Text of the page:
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Class Action Reform in Hong Kong

1 June 2012

On 28 May 2012, the Law Reform Commission (the “Commission”) published its longawaited report on the introduction of a class action regime in Hong Kong.

A class action involves a representative plaintiff suing a defendant on behalf of himself and other persons who have a claim alleging the same (or similar) wrong, which concerns the same questions of law or fact. The class members are not identified as individual parties to the action, but are described as a group in the claim. The class members are bound by the Court’s decision on the common issues in the class action.

Currently, there is a limited procedure for multiparty proceedings in Hong Kong governed by Order 15, rule 12 of the High Court Rules. However, the shortcomings in this procedure means that cases have been dealt with on an ad hoc basis in Hong Kong. There is no mechanism in place for large-scale multi-party cases, unlike other jurisdictions, such as Australia, Canada and the United States. The Commission recommends that an “efficient, well-defined and workable mechanism” should be established for class actions in Hong Kong.

In its report, the Commission recommends:

  • Consumer cases – The class action regime should first be made available for consumer cases, which will most likely be the majority of class actions. Consumer cases cover “tortious and contractual claims made by consumers in relation to goods, services and immovable property”. The regime may extend to other cases in the future.
  • Opt-out procedure for Hong Kong plaintiffs – Once the Court confirms that a case may proceed as a class action, members of the defined class are automatically bound, unless they ‘opt out’ of the class action within the specified time limit. Therefore, Hong Kong plaintiffs will be automatically bound by the outcome of the class action, unless they take a positive step to indicate that they wish to be excluded. The Commission recommends the ‘opt out’ procedure, because it overcomes the difficulty of identifying and naming all class members affected by the defendant’s wrongful conduct, and it achieves finality of issues with Hong Kong plaintiffs.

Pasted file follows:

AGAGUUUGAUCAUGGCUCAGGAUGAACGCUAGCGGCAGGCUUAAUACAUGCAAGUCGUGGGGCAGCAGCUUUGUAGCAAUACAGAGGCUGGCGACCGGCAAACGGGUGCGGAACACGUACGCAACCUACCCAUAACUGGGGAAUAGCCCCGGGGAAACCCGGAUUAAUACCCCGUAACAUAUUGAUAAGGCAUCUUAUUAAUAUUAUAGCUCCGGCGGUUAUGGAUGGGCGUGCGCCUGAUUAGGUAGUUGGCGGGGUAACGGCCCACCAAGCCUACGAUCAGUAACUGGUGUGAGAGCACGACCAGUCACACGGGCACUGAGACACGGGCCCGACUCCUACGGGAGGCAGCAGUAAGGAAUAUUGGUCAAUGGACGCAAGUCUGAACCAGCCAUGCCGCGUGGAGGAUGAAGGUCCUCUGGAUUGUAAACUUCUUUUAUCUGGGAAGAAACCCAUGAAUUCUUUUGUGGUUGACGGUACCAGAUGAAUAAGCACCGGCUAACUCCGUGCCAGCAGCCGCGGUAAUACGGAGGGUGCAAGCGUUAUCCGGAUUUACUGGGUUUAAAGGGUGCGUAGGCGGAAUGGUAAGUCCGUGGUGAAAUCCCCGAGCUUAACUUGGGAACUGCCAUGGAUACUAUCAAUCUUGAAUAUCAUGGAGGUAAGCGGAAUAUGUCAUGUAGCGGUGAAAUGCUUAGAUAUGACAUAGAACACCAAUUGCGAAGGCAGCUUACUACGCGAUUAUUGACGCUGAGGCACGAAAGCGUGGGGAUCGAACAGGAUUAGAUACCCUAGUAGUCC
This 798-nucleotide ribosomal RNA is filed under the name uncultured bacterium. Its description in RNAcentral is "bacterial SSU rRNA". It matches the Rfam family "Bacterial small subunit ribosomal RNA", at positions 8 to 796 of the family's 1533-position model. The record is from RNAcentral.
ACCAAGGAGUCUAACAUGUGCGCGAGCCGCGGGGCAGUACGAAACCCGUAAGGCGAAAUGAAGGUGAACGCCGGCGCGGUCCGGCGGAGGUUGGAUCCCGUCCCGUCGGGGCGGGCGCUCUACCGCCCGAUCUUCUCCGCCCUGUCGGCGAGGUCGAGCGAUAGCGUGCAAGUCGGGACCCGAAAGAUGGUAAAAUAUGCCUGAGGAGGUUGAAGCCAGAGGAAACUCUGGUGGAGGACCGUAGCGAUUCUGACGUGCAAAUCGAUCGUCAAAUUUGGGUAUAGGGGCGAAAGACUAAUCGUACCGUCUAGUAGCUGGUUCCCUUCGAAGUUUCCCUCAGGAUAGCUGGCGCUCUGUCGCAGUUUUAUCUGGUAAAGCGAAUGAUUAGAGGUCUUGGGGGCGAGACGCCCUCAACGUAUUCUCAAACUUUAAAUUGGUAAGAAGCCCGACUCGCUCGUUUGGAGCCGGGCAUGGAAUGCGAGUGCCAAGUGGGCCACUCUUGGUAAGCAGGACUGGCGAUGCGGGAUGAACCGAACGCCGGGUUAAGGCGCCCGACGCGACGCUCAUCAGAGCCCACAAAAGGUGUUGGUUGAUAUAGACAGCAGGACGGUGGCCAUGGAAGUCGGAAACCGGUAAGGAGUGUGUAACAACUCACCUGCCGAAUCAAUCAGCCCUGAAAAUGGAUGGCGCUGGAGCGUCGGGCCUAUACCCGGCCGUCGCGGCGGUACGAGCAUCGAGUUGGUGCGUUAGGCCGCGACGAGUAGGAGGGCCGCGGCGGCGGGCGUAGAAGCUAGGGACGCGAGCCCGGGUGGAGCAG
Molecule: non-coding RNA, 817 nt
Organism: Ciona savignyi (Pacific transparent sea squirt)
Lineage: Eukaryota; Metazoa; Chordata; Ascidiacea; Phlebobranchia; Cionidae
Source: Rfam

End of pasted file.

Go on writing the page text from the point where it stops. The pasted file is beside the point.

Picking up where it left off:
• Opt-in procedure for foreign plaintiffs – The Commission recommends a different approach for foreign plaintiffs, who it considers should have access to the class action procedure in Hong Kong. As a default position, class members outside of Hong Kong would not be included in the class action unless they take positive steps to ‘opt in’ to the action. This will mean that the class representative and his lawyers can identify the class members from other jurisdictions.
  • Foreign defendants – Class actions may be commenced against both Hong Kong defendants and foreign defendants. However, the normal procedural rules apply concerning (i) service of the writ outside the jurisdiction on foreign defendants; and (ii) forum non conveniens. With respect to forum non conveniens, the Court will need to consider whether it is clearly more appropriate for a foreign court to resolve the dispute.
  • Choice of representative plaintiff and prevention of abuse – The representative plaintiff must persuade the Court that he would be able to satisfy an adverse costs order if the class is unsuccessful in the action. The representative plaintiff should demonstrate that suitable funding and costsprotection arrangements are in place. This requirement is intended to prevent financially capable class members from deliberately choosing impecunious plaintiffs to act as the class representative. This is because it is a general feature of class action regimes that if the class loses, ordinary class members enjoy costs immunity. The Court may also be given the power to order the representative plaintiff to pay security for costs of the class action in appropriate cases.
  • Funding – In the long term, a general class actions fund should be established to assist impecunious class action plaintiffs. In the meantime, the Consumer Legal Action Fund’s resources should be increased for this purpose.
  • Public law cases – The class action regime should apply to public law cases. For example, a class action may be commenced with respect to the procedural lawfulness of an administrative decision that affects a class of plaintiffs.
  • Certification – The class action must meet various criteria in order to be certified by the Court, including that it has legal merit, that there is a minimum number of identifiable plaintiffs, and that there is sufficient common interest between class members.

In summary, the proposed class action regime is another major step for the reform of civil litigation in Hong Kong. It is likely to have significant effect in the area of product liability, and it may also be relevant to the sale of investment products. However, in relation to investment product disputes, much depends on each plaintiff’s individual circumstances, which means that many disputes will be unsuitable for class action.

The Commission has emphasized that it does not want to be “unduly encouraging litigation” and has proposed that the class action regime should coincide with the ongoing development of mediation in Hong Kong.

It is likely that the class action regime will not be established for some time, while the Commission’s recommendations are considered by the Hong Kong Government. We will continue to monitor the reception of the Commission’s recommendations and any proposed legislation in future.

Download Briefing

Download a PDF version of ‘Class Action Reform in Hong Kong’

John Court
Global Director of Information Technology